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. Last Updated: 07/27/2016

Dollar's Fall Scares Some in Europe

NEW YORK -- The dollar hit a new low against the seemingly unstoppable euro Friday as the 13-nation currency broke through $1.41.

The euro's ascension renewed calls from French President Nicolas Sarkozy for the European Central Bank to follow the U.S. Federal Reserve and cut interest rates, which would help keep French exports competitive.

Despite the worries of some exporters, ECB President Jean-Claude Trichet and German Chancellor Angela Merkel stood firm that the bank must remain independent.

The currency of the 13 euro nations, which have more than 317 million residents and account for more than 15 percent of global gross domestic product, surged as high as $1.4119 before falling back to $1.4083 by late afternoon.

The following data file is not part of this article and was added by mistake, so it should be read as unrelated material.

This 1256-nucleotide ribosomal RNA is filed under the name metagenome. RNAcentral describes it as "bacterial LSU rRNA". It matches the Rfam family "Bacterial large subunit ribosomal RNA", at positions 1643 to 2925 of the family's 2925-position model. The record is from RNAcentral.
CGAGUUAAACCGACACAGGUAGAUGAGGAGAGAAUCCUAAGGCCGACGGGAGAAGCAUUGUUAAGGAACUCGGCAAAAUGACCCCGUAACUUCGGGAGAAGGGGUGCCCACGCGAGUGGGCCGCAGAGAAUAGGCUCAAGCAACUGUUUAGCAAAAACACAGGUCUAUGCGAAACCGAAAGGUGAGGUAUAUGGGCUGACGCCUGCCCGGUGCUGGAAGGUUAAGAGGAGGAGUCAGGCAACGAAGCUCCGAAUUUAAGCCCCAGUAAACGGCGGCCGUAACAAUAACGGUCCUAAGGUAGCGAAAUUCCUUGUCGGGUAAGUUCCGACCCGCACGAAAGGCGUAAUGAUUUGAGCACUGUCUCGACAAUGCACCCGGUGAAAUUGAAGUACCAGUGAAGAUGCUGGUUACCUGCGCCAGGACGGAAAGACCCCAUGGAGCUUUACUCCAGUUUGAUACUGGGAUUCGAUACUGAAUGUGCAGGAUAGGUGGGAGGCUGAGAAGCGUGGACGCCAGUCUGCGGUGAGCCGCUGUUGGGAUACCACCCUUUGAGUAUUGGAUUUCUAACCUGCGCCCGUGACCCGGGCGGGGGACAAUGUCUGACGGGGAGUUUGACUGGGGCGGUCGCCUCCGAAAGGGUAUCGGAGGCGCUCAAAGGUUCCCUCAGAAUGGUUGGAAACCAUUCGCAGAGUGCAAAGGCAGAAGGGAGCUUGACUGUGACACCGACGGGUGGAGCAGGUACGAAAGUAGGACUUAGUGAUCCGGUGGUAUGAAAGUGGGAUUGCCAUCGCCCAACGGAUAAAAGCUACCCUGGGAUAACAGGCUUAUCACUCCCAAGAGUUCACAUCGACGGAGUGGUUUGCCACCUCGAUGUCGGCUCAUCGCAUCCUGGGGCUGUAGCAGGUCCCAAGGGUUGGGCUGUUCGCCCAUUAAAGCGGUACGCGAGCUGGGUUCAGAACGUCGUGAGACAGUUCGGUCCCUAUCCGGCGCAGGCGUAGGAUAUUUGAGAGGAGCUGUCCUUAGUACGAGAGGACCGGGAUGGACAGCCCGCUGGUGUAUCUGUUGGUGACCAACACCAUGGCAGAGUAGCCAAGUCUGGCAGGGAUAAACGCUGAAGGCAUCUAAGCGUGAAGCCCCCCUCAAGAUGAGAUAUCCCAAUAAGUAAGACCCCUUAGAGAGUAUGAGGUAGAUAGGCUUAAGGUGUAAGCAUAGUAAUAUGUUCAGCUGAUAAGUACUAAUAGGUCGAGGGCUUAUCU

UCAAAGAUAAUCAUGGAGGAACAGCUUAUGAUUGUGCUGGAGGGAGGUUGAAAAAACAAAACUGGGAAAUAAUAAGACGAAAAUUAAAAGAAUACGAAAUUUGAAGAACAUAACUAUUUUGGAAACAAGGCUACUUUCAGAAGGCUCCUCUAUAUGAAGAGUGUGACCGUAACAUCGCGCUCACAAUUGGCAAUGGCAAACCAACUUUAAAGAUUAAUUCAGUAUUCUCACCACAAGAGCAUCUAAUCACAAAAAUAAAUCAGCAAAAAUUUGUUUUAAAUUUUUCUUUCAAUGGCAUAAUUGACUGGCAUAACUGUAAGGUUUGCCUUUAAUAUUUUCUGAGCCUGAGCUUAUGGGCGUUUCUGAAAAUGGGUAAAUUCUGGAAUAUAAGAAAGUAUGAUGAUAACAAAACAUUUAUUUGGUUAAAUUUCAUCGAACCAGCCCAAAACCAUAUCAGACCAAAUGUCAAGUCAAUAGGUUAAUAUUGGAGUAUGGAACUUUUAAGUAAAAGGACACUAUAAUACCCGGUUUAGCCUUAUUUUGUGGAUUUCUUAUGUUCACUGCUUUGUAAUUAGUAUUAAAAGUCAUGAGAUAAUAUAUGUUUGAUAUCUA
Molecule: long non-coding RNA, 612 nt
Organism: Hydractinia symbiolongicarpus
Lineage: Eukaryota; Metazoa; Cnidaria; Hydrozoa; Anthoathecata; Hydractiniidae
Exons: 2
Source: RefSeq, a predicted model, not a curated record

As the dollar weakens against the euro, it could dampen European exports to the United States, making European-made products -- from automobiles to consumer appliances --more expensive for American buyers.

The strength of the currency is becoming a political issue, particularly in France, which has repeatedly demanded that the ECB end its nearly two-year rate hike campaign.

Trichet said in a speech Thursday that independence was the cornerstone of the bank's monetary policy because it "allows the central bank to pursue its primary objective and to take full responsibility for its action."